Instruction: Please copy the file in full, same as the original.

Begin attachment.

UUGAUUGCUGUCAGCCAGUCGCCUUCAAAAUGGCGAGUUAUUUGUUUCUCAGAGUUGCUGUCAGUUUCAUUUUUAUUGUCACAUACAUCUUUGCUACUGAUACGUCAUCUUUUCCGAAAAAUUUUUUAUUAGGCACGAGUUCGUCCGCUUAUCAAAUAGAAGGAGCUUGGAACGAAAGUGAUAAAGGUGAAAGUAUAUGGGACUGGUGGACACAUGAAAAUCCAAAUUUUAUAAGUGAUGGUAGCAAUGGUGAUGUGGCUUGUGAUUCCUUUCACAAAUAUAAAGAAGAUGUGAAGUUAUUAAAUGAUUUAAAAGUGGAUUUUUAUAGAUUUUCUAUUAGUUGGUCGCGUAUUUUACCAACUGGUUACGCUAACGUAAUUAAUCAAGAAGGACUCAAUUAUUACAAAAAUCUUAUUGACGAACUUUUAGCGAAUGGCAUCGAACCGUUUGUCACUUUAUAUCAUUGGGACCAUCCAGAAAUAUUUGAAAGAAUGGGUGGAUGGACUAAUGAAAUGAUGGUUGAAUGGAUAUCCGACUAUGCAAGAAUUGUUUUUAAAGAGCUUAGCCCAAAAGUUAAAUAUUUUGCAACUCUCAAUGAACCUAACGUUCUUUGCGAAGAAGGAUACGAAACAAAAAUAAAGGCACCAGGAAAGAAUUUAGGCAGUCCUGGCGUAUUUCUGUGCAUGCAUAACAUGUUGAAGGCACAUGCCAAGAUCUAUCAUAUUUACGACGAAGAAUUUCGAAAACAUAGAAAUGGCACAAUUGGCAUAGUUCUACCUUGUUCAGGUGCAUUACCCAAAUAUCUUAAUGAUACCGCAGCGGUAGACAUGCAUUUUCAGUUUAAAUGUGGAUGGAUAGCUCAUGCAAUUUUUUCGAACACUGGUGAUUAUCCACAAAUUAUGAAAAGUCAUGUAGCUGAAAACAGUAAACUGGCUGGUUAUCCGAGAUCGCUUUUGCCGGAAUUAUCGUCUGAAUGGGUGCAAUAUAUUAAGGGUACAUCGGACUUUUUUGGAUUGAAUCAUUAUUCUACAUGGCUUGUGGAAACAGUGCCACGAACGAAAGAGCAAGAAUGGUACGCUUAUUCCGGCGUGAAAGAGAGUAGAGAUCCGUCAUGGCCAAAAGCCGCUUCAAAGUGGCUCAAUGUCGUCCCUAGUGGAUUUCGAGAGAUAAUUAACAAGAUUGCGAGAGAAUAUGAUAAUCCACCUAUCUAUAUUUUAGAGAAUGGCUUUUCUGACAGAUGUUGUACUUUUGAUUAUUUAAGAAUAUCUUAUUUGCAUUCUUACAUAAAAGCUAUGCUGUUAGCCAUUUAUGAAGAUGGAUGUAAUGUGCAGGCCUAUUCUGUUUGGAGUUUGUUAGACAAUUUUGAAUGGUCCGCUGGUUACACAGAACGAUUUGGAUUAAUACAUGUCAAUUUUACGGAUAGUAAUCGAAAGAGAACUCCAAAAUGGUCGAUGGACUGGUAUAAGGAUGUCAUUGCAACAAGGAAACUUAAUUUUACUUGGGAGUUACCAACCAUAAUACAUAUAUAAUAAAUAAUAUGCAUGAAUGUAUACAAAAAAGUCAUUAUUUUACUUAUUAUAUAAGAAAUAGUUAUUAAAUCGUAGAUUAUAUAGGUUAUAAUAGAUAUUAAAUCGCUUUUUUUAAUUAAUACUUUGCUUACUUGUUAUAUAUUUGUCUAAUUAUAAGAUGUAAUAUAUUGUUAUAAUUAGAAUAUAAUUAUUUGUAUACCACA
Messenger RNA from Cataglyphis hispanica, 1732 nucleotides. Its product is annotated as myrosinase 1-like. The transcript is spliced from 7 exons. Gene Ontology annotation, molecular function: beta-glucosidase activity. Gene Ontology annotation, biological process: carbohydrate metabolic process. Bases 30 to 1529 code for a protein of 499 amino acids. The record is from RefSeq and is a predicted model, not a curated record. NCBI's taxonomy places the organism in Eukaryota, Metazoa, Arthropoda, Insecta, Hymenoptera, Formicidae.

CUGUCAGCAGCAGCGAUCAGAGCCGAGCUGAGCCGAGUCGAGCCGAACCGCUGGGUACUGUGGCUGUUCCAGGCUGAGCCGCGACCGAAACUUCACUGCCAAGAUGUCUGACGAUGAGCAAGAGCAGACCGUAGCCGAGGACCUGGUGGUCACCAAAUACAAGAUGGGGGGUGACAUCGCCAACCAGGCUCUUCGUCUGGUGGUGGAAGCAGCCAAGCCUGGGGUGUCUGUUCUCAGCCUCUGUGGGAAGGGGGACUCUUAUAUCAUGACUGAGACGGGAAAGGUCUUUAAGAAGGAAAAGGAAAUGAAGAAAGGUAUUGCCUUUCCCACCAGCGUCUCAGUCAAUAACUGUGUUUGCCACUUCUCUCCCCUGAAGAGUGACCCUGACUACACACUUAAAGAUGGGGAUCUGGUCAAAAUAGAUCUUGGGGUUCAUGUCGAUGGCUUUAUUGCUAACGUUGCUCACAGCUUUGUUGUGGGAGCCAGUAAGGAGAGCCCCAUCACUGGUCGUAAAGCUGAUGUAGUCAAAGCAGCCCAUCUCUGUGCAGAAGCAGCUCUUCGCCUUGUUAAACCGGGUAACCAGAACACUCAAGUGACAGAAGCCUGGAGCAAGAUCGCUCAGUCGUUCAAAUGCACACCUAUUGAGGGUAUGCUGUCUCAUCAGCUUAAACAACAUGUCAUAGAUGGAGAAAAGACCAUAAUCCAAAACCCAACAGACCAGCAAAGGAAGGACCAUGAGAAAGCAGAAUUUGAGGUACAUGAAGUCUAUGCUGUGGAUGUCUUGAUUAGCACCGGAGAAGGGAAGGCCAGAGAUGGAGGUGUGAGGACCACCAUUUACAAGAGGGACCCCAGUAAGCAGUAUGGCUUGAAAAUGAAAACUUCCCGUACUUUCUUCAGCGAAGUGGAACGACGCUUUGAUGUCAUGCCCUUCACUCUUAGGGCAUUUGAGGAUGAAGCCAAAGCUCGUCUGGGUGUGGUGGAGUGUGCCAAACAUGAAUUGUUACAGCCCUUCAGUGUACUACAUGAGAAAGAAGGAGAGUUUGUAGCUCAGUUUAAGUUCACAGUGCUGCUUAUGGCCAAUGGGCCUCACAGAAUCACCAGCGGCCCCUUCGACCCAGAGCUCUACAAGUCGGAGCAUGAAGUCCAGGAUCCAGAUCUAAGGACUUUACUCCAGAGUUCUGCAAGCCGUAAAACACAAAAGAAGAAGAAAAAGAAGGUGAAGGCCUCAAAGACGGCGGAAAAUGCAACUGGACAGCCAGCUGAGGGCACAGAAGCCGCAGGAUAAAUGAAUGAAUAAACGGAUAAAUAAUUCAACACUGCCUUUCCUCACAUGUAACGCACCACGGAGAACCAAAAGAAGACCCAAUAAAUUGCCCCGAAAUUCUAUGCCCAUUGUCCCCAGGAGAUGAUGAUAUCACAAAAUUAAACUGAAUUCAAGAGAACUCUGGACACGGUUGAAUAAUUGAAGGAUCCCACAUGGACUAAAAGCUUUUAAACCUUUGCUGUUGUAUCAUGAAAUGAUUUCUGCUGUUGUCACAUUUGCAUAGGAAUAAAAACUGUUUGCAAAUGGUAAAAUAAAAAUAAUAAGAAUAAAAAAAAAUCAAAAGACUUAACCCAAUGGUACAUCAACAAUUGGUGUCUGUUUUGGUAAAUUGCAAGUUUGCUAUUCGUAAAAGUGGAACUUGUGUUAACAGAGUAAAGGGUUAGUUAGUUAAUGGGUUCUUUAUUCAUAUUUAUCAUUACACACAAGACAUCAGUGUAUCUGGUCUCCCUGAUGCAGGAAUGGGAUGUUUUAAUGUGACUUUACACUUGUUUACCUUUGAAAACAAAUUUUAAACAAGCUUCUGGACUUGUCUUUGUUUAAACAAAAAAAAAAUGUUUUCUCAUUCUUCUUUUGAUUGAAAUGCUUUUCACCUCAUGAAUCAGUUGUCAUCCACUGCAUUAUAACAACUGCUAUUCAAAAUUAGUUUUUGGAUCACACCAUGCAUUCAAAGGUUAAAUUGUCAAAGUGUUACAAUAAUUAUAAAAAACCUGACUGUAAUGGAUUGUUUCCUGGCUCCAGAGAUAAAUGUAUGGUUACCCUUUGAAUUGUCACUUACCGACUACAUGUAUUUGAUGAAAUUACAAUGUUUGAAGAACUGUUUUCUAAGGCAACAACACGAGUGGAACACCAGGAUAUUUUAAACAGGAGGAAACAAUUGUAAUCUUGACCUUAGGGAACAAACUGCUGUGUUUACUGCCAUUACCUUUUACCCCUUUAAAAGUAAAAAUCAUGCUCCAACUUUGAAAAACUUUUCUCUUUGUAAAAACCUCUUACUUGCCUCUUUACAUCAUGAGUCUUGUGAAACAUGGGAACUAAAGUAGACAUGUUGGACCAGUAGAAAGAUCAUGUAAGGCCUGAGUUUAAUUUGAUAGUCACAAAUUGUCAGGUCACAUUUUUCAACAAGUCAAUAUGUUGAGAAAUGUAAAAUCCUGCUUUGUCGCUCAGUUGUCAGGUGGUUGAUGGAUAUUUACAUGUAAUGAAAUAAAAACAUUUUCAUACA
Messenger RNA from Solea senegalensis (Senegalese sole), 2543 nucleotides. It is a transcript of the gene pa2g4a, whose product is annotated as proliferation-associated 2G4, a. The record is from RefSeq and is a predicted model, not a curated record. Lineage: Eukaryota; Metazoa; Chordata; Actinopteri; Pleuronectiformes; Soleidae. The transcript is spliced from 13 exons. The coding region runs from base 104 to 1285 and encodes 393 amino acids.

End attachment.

UUGAUUGCUGUCAGCCAGUCGCCUUCAAAAUGGCGAGUUAUUUGUUUCUCAGAGUUGCUGUCAGUUUCAUUUUUAUUGUCACAUACAUCUUUGCUACUGAUACGUCAUCUUUUCCGAAAAAUUUUUUAUUAGGCACGAGUUCGUCCGCUUAUCAAAUAGAAGGAGCUUGGAACGAAAGUGAUAAAGGUGAAAGUAUAUGGGACUGGUGGACACAUGAAAAUCCAAAUUUUAUAAGUGAUGGUAGCAAUGGUGAUGUGGCUUGUGAUUCCUUUCACAAAUAUAAAGAAGAUGUGAAGUUAUUAAAUGAUUUAAAAGUGGAUUUUUAUAGAUUUUCUAUUAGUUGGUCGCGUAUUUUACCAACUGGUUACGCUAACGUAAUUAAUCAAGAAGGACUCAAUUAUUACAAAAAUCUUAUUGACGAACUUUUAGCGAAUGGCAUCGAACCGUUUGUCACUUUAUAUCAUUGGGACCAUCCAGAAAUAUUUGAAAGAAUGGGUGGAUGGACUAAUGAAAUGAUGGUUGAAUGGAUAUCCGACUAUGCAAGAAUUGUUUUUAAAGAGCUUAGCCCAAAAGUUAAAUAUUUUGCAACUCUCAAUGAACCUAACGUUCUUUGCGAAGAAGGAUACGAAACAAAAAUAAAGGCACCAGGAAAGAAUUUAGGCAGUCCUGGCGUAUUUCUGUGCAUGCAUAACAUGUUGAAGGCACAUGCCAAGAUCUAUCAUAUUUACGACGAAGAAUUUCGAAAACAUAGAAAUGGCACAAUUGGCAUAGUUCUACCUUGUUCAGGUGCAUUACCCAAAUAUCUUAAUGAUACCGCAGCGGUAGACAUGCAUUUUCAGUUUAAAUGUGGAUGGAUAGCUCAUGCAAUUUUUUCGAACACUGGUGAUUAUCCACAAAUUAUGAAAAGUCAUGUAGCUGAAAACAGUAAACUGGCUGGUUAUCCGAGAUCGCUUUUGCCGGAAUUAUCGUCUGAAUGGGUGCAAUAUAUUAAGGGUACAUCGGACUUUUUUGGAUUGAAUCAUUAUUCUACAUGGCUUGUGGAAACAGUGCCACGAACGAAAGAGCAAGAAUGGUACGCUUAUUCCGGCGUGAAAGAGAGUAGAGAUCCGUCAUGGCCAAAAGCCGCUUCAAAGUGGCUCAAUGUCGUCCCUAGUGGAUUUCGAGAGAUAAUUAACAAGAUUGCGAGAGAAUAUGAUAAUCCACCUAUCUAUAUUUUAGAGAAUGGCUUUUCUGACAGAUGUUGUACUUUUGAUUAUUUAAGAAUAUCUUAUUUGCAUUCUUACAUAAAAGCUAUGCUGUUAGCCAUUUAUGAAGAUGGAUGUAAUGUGCAGGCCUAUUCUGUUUGGAGUUUGUUAGACAAUUUUGAAUGGUCCGCUGGUUACACAGAACGAUUUGGAUUAAUACAUGUCAAUUUUACGGAUAGUAAUCGAAAGAGAACUCCAAAAUGGUCGAUGGACUGGUAUAAGGAUGUCAUUGCAACAAGGAAACUUAAUUUUACUUGGGAGUUACCAACCAUAAUACAUAUAUAAUAAAUAAUAUGCAUGAAUGUAUACAAAAAAGUCAUUAUUUUACUUAUUAUAUAAGAAAUAGUUAUUAAAUCGUAGAUUAUAUAGGUUAUAAUAGAUAUUAAAUCGCUUUUUUUAAUUAAUACUUUGCUUACUUGUUAUAUAUUUGUCUAAUUAUAAGAUGUAAUAUAUUGUUAUAAUUAGAAUAUAAUUAUUUGUAUACCACA
Messenger RNA from Cataglyphis hispanica, 1732 nucleotides. Its product is annotated as myrosinase 1-like. The transcript is spliced from 7 exons. Gene Ontology annotation, molecular function: beta-glucosidase activity. Gene Ontology annotation, biological process: carbohydrate metabolic process. Bases 30 to 1529 code for a protein of 499 amino acids. The record is from RefSeq and is a predicted model, not a curated record. NCBI's taxonomy places the organism in Eukaryota, Metazoa, Arthropoda, Insecta, Hymenoptera, Formicidae.

CUGUCAGCAGCAGCGAUCAGAGCCGAGCUGAGCCGAGUCGAGCCGAACCGCUGGGUACUGUGGCUGUUCCAGGCUGAGCCGCGACCGAAACUUCACUGCCAAGAUGUCUGACGAUGAGCAAGAGCAGACCGUAGCCGAGGACCUGGUGGUCACCAAAUACAAGAUGGGGGGUGACAUCGCCAACCAGGCUCUUCGUCUGGUGGUGGAAGCAGCCAAGCCUGGGGUGUCUGUUCUCAGCCUCUGUGGGAAGGGGGACUCUUAUAUCAUGACUGAGACGGGAAAGGUCUUUAAGAAGGAAAAGGAAAUGAAGAAAGGUAUUGCCUUUCCCACCAGCGUCUCAGUCAAUAACUGUGUUUGCCACUUCUCUCCCCUGAAGAGUGACCCUGACUACACACUUAAAGAUGGGGAUCUGGUCAAAAUAGAUCUUGGGGUUCAUGUCGAUGGCUUUAUUGCUAACGUUGCUCACAGCUUUGUUGUGGGAGCCAGUAAGGAGAGCCCCAUCACUGGUCGUAAAGCUGAUGUAGUCAAAGCAGCCCAUCUCUGUGCAGAAGCAGCUCUUCGCCUUGUUAAACCGGGUAACCAGAACACUCAAGUGACAGAAGCCUGGAGCAAGAUCGCUCAGUCGUUCAAAUGCACACCUAUUGAGGGUAUGCUGUCUCAUCAGCUUAAACAACAUGUCAUAGAUGGAGAAAAGACCAUAAUCCAAAACCCAACAGACCAGCAAAGGAAGGACCAUGAGAAAGCAGAAUUUGAGGUACAUGAAGUCUAUGCUGUGGAUGUCUUGAUUAGCACCGGAGAAGGGAAGGCCAGAGAUGGAGGUGUGAGGACCACCAUUUACAAGAGGGACCCCAGUAAGCAGUAUGGCUUGAAAAUGAAAACUUCCCGUACUUUCUUCAGCGAAGUGGAACGACGCUUUGAUGUCAUGCCCUUCACUCUUAGGGCAUUUGAGGAUGAAGCCAAAGCUCGUCUGGGUGUGGUGGAGUGUGCCAAACAUGAAUUGUUACAGCCCUUCAGUGUACUACAUGAGAAAGAAGGAGAGUUUGUAGCUCAGUUUAAGUUCACAGUGCUGCUUAUGGCCAAUGGGCCUCACAGAAUCACCAGCGGCCCCUUCGACCCAGAGCUCUACAAGUCGGAGCAUGAAGUCCAGGAUCCAGAUCUAAGGACUUUACUCCAGAGUUCUGCAAGCCGUAAAACACAAAAGAAGAAGAAAAAGAAGGUGAAGGCCUCAAAGACGGCGGAAAAUGCAACUGGACAGCCAGCUGAGGGCACAGAAGCCGCAGGAUAAAUGAAUGAAUAAACGGAUAAAUAAUUCAACACUGCCUUUCCUCACAUGUAACGCACCACGGAGAACCAAAAGAAGACCCAAUAAAUUGCCCCGAAAUUCUAUGCCCAUUGUCCCCAGGAGAUGAUGAUAUCACAAAAUUAAACUGAAUUCAAGAGAACUCUGGACACGGUUGAAUAAUUGAAGGAUCCCACAUGGACUAAAAGCUUUUAAACCUUUGCUGUUGUAUCAUGAAAUGAUUUCUGCUGUUGUCACAUUUGCAUAGGAAUAAAAACUGUUUGCAAAUGGUAAAAUAAAAAUAAUAAGAAUAAAAAAAAAUCAAAAGACUUAACCCAAUGGUACAUCAACAAUUGGUGUCUGUUUUGGUAAAUUGCAAGUUUGCUAUUCGUAAAAGUGGAACUUGUGUUAACAGAGUAAAGGGUUAGUUAGUUAAUGGGUUCUUUAUUCAUAUUUAUCAUUACACACAAGACAUCAGUGUAUCUGGUCUCCCUGAUGCAGGAAUGGGAUGUUUUAAUGUGACUUUACACUUGUUUACCUUUGAAAACAAAUUUUAAACAAGCUUCUGGACUUGUCUUUGUUUAAACAAAAAAAAAAUGUUUUCUCAUUCUUCUUUUGAUUGAAAUGCUUUUCACCUCAUGAAUCAGUUGUCAUCCACUGCAUUAUAACAACUGCUAUUCAAAAUUAGUUUUUGGAUCACACCAUGCAUUCAAAGGUUAAAUUGUCAAAGUGUUACAAUAAUUAUAAAAAACCUGACUGUAAUGGAUUGUUUCCUGGCUCCAGAGAUAAAUGUAUGGUUACCCUUUGAAUUGUCACUUACCGACUACAUGUAUUUGAUGAAAUUACAAUGUUUGAAGAACUGUUUUCUAAGGCAACAACACGAGUGGAACACCAGGAUAUUUUAAACAGGAGGAAACAAUUGUAAUCUUGACCUUAGGGAACAAACUGCUGUGUUUACUGCCAUUACCUUUUACCCCUUUAAAAGUAAAAAUCAUGCUCCAACUUUGAAAAACUUUUCUCUUUGUAAAAACCUCUUACUUGCCUCUUUACAUCAUGAGUCUUGUGAAACAUGGGAACUAAAGUAGACAUGUUGGACCAGUAGAAAGAUCAUGUAAGGCCUGAGUUUAAUUUGAUAGUCACAAAUUGUCAGGUCACAUUUUUCAACAAGUCAAUAUGUUGAGAAAUGUAAAAUCCUGCUUUGUCGCUCAGUUGUCAGGUGGUUGAUGGAUAUUUACAUGUAAUGAAAUAAAAACAUUUUCAUACA
Messenger RNA from Solea senegalensis (Senegalese sole), 2543 nucleotides. It is a transcript of the gene pa2g4a, whose product is annotated as proliferation-associated 2G4, a. The record is from RefSeq and is a predicted model, not a curated record. Lineage: Eukaryota; Metazoa; Chordata; Actinopteri; Pleuronectiformes; Soleidae. The transcript is spliced from 13 exons. The coding region runs from base 104 to 1285 and encodes 393 amino acids.